Andy Murray rolled back the years with an epic five-set win over Matteo Berrettini in the opening round of the Australian Open.

Bidding to beat a top 20 player at a grand slam for the first time since his hip problems began in 2017, Murray won the opening two sets before Berrettini fought back to level in a dramatic fourth-set tie-break.

The Italian 13th seed created a match point in the 10th game of the deciding set but dumped a simple backhand into the net with the court wide open and Murray held on to force a deciding tie-break.

A gruelling first point won by the Scot set the tone and Murray, who moved superbly, got the luck his performance deserved with a netcord on his first match point before celebrating a stunning 6-3 6-3 4-6 6-7 (7) 7-6 (6) victory after four hours and 49 minutes.

While such matches would have usually been contested in later rounds in his heyday, this will surely mean almost as much four years after the tearful press conference at Melbourne Park that seemed to herald the end of his career.

Murray said: “I’ll be feeling this this evening and tomorrow but right now I’m just unbelievably happy and very proud of myself.

“I’ve put a lot of work into the last three months with my team, to give me the opportunity to perform in stadiums like this and matches like this and it paid off tonight.

“That’s the first time I’ve ever played one of those 10-point tie-breakers and it’s a bit different. He came back really strong and I was a bit lucky at the end with the net-cord.

“He was serving unbelievably and he’s a brilliant competitor as well, he always fights right to the end. I did well to get through.”

The former world number one spoke ahead of the match about how much better he was feeling about his game and fitness, and it was evident from the start that this was a different Murray to the player who has scrapped for wins since returning from hip surgery in 2019.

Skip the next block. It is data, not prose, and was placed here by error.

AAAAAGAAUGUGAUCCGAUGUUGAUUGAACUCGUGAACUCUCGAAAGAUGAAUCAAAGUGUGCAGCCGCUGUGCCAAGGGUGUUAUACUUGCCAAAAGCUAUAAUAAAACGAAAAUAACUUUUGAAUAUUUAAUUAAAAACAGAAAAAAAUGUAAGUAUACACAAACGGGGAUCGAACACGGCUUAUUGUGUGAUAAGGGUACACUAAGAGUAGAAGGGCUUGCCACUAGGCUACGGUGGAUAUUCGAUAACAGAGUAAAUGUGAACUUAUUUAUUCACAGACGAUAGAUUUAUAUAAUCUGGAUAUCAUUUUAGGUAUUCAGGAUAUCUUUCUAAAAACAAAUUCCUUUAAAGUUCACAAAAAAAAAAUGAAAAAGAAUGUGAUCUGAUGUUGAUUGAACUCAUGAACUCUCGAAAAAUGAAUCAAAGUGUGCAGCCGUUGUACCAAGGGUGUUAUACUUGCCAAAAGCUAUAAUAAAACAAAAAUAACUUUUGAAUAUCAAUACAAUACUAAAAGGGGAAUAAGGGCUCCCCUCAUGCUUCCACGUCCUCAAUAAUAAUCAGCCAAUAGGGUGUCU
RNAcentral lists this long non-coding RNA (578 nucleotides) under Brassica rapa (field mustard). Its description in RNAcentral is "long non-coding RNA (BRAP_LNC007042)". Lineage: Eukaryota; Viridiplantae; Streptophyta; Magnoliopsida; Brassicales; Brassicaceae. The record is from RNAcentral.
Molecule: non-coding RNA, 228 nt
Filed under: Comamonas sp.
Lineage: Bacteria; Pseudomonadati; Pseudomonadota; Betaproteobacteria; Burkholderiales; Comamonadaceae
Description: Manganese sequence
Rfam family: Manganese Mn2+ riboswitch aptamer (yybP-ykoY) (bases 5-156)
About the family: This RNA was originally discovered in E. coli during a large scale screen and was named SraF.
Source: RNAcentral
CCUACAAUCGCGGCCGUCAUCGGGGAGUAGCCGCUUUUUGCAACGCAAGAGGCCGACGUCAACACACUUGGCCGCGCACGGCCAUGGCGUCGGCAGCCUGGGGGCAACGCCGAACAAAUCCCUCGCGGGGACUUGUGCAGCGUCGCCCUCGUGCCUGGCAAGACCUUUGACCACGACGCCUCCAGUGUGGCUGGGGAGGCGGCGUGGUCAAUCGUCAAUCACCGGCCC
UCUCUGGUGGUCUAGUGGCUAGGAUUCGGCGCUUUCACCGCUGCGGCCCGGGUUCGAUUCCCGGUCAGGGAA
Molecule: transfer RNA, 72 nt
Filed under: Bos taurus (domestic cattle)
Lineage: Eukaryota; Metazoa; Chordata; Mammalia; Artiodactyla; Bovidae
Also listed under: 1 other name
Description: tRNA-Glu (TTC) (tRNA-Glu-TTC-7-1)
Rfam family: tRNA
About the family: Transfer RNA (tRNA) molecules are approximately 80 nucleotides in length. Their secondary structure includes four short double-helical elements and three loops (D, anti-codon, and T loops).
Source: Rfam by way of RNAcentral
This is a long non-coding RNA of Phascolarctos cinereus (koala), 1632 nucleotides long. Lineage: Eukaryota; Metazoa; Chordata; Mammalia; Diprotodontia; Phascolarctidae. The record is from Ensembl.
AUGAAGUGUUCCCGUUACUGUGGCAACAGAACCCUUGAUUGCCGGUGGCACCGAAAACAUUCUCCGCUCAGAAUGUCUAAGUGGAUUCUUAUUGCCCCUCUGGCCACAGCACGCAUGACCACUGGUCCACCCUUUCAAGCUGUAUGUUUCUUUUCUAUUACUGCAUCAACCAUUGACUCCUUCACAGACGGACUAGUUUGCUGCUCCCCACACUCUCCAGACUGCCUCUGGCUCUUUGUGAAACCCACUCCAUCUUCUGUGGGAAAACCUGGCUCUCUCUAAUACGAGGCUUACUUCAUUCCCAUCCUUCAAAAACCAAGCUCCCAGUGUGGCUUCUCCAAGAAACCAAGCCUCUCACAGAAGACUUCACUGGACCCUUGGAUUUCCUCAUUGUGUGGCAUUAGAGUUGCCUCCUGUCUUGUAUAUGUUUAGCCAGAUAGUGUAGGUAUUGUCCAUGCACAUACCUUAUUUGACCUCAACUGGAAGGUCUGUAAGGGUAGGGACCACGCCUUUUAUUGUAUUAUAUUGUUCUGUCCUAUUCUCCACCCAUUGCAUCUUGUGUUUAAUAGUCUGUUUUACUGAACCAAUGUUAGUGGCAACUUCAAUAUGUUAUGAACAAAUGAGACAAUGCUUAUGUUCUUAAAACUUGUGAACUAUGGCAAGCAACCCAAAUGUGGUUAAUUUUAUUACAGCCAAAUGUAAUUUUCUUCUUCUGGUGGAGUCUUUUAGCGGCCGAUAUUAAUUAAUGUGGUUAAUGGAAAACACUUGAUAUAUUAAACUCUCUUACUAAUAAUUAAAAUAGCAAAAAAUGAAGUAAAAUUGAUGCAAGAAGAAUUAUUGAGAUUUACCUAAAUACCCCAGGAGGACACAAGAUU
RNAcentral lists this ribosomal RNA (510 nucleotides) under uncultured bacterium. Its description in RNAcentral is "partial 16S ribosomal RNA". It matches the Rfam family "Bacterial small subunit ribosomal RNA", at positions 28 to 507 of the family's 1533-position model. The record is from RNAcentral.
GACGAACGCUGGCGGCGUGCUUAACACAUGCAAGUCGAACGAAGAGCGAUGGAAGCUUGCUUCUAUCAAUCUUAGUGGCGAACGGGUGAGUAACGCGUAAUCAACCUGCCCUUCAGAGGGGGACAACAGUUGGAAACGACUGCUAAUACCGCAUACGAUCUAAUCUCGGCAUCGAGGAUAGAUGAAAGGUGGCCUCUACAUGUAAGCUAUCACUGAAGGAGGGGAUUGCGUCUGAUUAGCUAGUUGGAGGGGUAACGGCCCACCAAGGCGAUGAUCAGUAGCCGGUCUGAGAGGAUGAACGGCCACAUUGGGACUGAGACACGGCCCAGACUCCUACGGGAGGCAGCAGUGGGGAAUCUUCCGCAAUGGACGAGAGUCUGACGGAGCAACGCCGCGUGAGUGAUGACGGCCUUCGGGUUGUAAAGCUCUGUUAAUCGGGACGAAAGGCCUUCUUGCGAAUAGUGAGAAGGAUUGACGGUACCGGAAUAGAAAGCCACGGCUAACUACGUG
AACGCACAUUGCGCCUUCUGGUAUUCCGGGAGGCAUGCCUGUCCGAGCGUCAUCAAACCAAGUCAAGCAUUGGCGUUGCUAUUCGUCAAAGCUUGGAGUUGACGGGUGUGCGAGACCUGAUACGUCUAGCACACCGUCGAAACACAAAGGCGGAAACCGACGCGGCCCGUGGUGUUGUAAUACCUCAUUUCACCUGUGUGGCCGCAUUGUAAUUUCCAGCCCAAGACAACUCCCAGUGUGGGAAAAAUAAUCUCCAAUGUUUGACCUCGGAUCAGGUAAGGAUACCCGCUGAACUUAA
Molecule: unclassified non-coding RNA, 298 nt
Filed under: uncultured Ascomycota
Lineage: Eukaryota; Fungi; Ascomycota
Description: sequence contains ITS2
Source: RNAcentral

With the roof closed due to extreme heat, Murray was right on his game from the start and took full advantage of a sluggish opening from Berrettini, who made the Wimbledon final in 2021 and the semi-finals here last year and is known as one of the toughest competitors on tour.

Had Murray converted two break points in the fourth game of the third set, he may have been off the court a lot earlier, but Berrettini held on and from there began to play much better, hammering down aces and cranking his big forehand into gear.

The fourth set was decided in a captivating tie-break, where Murray was an inch away from carving out a match point with a diving volley before Berrettini, who had tightened up horribly on two set points, freed himself to take the third.

He looked in control of the decider, his serve untouchable as the pressure gradually increased on Murray, but Berrettini missed his chance and the Scot held on for a deciding tie-break.

He was half way to the 10 points needed before Berrettini got on the scoreboard and, although the Italian threatened to create a grandstand finish, Murray got his moment of fortune.

He admitted late last year amid persistent problems with cramping that he had allowed his famously stringent standards regarding his physical condition to slide.

The 35-year-old was also unhappy with aspects of his game but addressed both during a period training with coach Ivan Lendl in the US during pre-season.

He confidently served out the opening set after breaking in the second game and then made the perfect start to the second with another break, sending a cross-court backhand dipping beyond the helpless Berrettini in vintage fashion.

By the time he was broken again at the end of the second set, Berrettini looked thoroughly disheartened, but, as with so many of Murray’s most memorable moments, he had to do it the hard way.


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